The Daily Stream: Cutthroat Kitchen's Sabotages Let You Get Out Your Inner Jerk

(Welcome to The Daily Stream, an ongoing series in which the /Film team shares what they've been watching, why it's worth checking out, and where you can stream it.)

The Series: "Cutthroat Kitchen"

Where You Can Stream It: Hulu

The Pitch: Cooking competition shows are a whole lot of fun, whether you know how to cook or not. I've watched most of them, despite the fact that I once set my kitchen on fire cooking something frozen (true story). They're a fun way to relax when your brain doesn't want to take on a story with twisty arcs. Most series require homework these days anyway, and if you miss an episode, you're lost. Not so with cooking shows! 

You've got "The Great British Baking Show," with its lovely and friendly contestants competing for a cake plate and no money. You've got "Chopped," where contestants get a basket of weird and often unrelated food and have to make something yummy out of it. Then you have "Cutthroat Kitchen," which is a brutal contest where chefs are given $25,000 dollars each at the beginning of the episode. They have to bid on ways to sabotage their opponents using the cruelest of methods as they prepare the required dish. The judges eliminate one person per round, and the last person standing gets to keep only the money they have left. 

Alton Brown ("Iron Chef America," "Good Eats") hosts the show, runs the auctions, and works as a monstrous master of ceremonies. This is his kitchen, his money (not really, of course), and his sabotages. He welcomes the four "fresh chefs" to his dungeon, and makes fun of the issues they have through the episode. He's the perfect person for this, from his excellent comic timing to his collection of "Bobs" — his long-suffering assistants who help to sabotage the chefs. 

Why it's essential viewing

The best thing about "Cutthroat Kitchen" is that not only are most people not going to walk away from the episode with money, they're leaving their dignity behind as well. Many of them come in with the right attitude: that this is fun and silly, and that the challenges are to be enjoyed. The ones who don't take themselves seriously usually do better. Then there are the other ones. Some chefs come in full of themselves, bad-mouthing the other contestants, and getting angry when they get sabotages. That's literally why you're here, man! Shake Alton's hand when you leave, for goodness' sake. You know what show you're on.

It works like this: Brown gives the chefs a dish to make. They have 60 seconds to shop in the show's pantry for what they think they'll need. If they don't get out in time, Brown can take one of their items. Before they cook (and sometimes as they cook), Brown has a themed sabotage. The contestants bid on this sabotage, and the winner either gets an advantage, or more often, sabotages their fellows.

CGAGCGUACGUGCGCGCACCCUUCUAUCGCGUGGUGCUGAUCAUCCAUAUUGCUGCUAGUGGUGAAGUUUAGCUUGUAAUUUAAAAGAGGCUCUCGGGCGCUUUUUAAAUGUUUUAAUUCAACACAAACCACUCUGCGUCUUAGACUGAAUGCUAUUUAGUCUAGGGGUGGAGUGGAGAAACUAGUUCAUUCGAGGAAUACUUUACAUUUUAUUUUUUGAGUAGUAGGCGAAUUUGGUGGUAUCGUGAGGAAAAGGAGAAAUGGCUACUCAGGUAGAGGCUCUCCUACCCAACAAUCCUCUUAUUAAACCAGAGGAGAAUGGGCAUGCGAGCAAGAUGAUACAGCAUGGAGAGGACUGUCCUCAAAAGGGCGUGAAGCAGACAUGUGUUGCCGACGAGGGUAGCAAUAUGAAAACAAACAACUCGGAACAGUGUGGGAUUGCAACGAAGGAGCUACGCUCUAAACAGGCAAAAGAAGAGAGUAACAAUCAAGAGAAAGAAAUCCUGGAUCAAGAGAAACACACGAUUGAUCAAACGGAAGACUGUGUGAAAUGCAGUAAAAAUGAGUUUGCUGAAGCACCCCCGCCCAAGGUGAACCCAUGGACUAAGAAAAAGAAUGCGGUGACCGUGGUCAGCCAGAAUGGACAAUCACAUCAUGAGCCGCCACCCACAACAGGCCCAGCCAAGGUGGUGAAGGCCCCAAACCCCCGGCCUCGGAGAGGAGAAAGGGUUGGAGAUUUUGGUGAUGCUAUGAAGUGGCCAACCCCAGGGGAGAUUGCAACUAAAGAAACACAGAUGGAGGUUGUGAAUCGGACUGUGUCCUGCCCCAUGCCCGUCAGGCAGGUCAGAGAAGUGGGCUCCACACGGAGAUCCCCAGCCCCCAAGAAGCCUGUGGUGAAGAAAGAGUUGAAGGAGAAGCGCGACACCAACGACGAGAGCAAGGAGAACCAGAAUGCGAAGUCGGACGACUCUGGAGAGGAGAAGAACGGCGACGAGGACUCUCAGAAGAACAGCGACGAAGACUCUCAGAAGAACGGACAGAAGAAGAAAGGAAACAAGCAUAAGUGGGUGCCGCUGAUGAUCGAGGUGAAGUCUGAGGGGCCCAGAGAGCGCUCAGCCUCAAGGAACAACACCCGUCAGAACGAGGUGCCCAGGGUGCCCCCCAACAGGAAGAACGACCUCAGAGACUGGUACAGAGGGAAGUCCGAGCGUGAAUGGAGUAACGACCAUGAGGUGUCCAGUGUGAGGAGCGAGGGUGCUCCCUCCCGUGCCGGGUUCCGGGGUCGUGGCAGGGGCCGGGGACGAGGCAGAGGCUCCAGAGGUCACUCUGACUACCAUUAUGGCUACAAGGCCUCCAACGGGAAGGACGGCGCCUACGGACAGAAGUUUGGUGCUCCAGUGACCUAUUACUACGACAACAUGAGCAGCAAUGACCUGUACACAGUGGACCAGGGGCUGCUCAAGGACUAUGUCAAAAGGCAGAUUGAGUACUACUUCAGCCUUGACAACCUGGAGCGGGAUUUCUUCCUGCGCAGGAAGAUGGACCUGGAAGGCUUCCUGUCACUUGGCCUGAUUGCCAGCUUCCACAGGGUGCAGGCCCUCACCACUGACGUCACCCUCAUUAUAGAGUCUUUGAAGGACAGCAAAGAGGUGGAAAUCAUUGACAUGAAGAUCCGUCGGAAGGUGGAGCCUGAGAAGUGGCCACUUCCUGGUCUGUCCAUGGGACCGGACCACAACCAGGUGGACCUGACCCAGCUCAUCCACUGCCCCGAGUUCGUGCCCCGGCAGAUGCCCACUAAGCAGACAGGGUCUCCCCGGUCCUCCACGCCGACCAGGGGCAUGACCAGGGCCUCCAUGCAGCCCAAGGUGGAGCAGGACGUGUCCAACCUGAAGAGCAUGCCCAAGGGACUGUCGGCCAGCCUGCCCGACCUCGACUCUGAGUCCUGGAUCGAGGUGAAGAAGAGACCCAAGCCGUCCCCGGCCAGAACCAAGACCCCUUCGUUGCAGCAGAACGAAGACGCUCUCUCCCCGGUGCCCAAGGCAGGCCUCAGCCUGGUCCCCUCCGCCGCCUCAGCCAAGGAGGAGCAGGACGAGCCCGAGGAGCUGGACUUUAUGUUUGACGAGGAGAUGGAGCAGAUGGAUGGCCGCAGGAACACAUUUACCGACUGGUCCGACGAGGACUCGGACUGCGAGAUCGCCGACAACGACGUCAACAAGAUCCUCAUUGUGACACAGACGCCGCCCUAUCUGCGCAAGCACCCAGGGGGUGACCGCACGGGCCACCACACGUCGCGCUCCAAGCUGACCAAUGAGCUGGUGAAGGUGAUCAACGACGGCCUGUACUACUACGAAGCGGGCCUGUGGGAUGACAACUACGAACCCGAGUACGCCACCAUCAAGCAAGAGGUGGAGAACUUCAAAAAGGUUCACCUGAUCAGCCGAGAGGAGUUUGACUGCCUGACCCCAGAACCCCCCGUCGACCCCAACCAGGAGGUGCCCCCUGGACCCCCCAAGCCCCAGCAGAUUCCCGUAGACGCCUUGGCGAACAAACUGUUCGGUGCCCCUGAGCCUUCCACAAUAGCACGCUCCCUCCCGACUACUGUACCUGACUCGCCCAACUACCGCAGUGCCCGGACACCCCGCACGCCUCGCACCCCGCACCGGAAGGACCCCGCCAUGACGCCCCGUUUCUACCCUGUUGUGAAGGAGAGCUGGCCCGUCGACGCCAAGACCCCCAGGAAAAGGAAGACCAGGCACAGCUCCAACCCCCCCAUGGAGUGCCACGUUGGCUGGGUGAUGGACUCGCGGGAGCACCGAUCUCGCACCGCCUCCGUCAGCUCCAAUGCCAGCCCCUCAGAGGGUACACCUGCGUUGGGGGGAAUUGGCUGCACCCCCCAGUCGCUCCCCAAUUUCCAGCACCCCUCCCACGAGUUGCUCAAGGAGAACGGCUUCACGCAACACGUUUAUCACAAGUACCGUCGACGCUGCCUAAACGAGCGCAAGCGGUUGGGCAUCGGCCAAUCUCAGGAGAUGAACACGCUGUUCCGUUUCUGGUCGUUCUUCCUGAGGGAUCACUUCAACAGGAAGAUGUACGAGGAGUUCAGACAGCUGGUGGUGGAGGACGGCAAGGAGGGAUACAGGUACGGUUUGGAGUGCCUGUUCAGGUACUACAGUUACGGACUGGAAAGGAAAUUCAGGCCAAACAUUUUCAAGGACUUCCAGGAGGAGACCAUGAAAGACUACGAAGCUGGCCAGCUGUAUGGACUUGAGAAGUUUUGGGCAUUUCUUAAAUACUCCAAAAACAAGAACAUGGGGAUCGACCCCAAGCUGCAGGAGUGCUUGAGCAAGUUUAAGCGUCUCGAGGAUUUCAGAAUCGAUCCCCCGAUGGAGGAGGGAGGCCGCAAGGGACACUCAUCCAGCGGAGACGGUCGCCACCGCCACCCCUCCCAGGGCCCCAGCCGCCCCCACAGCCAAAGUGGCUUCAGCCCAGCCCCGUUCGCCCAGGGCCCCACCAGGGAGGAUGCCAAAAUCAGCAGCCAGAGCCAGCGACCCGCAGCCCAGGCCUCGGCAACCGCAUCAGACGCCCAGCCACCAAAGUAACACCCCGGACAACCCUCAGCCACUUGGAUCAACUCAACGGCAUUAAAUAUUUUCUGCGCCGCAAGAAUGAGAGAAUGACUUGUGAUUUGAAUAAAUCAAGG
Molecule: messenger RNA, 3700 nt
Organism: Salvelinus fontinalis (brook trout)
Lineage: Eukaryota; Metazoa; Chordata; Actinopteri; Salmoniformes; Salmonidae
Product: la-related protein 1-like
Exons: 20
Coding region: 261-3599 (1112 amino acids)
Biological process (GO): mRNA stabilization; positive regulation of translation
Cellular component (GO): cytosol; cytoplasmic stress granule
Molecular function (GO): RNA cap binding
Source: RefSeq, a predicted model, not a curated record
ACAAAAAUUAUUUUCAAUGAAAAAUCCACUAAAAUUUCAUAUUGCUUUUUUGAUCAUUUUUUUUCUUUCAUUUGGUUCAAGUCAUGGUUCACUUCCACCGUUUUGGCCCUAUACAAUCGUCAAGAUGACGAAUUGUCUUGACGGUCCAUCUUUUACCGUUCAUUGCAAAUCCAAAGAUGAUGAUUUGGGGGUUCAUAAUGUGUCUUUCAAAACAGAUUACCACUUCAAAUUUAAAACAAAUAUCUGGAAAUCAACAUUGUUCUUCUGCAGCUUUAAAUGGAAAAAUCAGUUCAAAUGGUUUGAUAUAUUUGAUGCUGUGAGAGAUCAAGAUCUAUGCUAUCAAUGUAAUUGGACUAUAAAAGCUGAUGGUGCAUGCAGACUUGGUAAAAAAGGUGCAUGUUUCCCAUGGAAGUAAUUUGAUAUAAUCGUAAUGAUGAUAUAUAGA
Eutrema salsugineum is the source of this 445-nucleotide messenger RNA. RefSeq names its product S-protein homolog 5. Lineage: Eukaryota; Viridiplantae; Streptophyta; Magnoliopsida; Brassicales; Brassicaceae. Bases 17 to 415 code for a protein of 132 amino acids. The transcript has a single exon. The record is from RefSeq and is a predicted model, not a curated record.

For instance, one time the assignment was a stir fry. The chefs had to bid on a sabotage that allowed them to give one opponent a giant wok with giant chopsticks, and the other (this was round two, so there were only three chefs left), a teeny tiny wok with matching chopsticks. You are not allowed to touch the food with anything other than knives. This includes using your hands to hold the food while chopping it. 

Another sabotage involved cooking in a human-sized doll house with a toy kitchen. Then there was the one that required you to wear a snorkel mask and look through the water of a fish tank while chopping and prepping on the table under it. 

No sabotage is usually the worst sabotage of all

Sometimes "Cutthroat Kitchen" contestants will try to bid on things to raise the price and make sure the other chefs spend all their money. If they have more money left in the last round, they can destroy their competition. Sometimes they forget to keep bidding while they're cooking. It's a fast-paced show and it's an absolute riot! The funniest part is how some contestants sabotage themselves by forgetting an item (and sometimes get it back in another form from a sabotage). What's crazy to watch is how the people who are so proud to not have any sabotages usually end up making the worst dish. Or when they try to get fancy and show off their skills. Friend, just make the dish they tell you to and don't make the judges barf.

Speaking of judges, it's usually Jet Tila, Simon Majumdar, or Antonia Lofaso, though there are guest judges from time to time, like Ted Allen, Anne Burrell, or even William Shatner or Valerie Bertinelli. They judges have no idea what the sabotages were and, as Brown says, "they don't care." All they want to know is: does it look good, does it taste good, and does it remind them of what the chefs were supposed to make. 

There are no sweet stories about ill family members or dreams of opening a restaurant like there are on "Chopped." No one is making a five star meal. It's all about doing your best with some exceedingly weird limitations. I love every cutthroat second of it. Though the Food Network show ended in 2017, it lives forever on Hulu.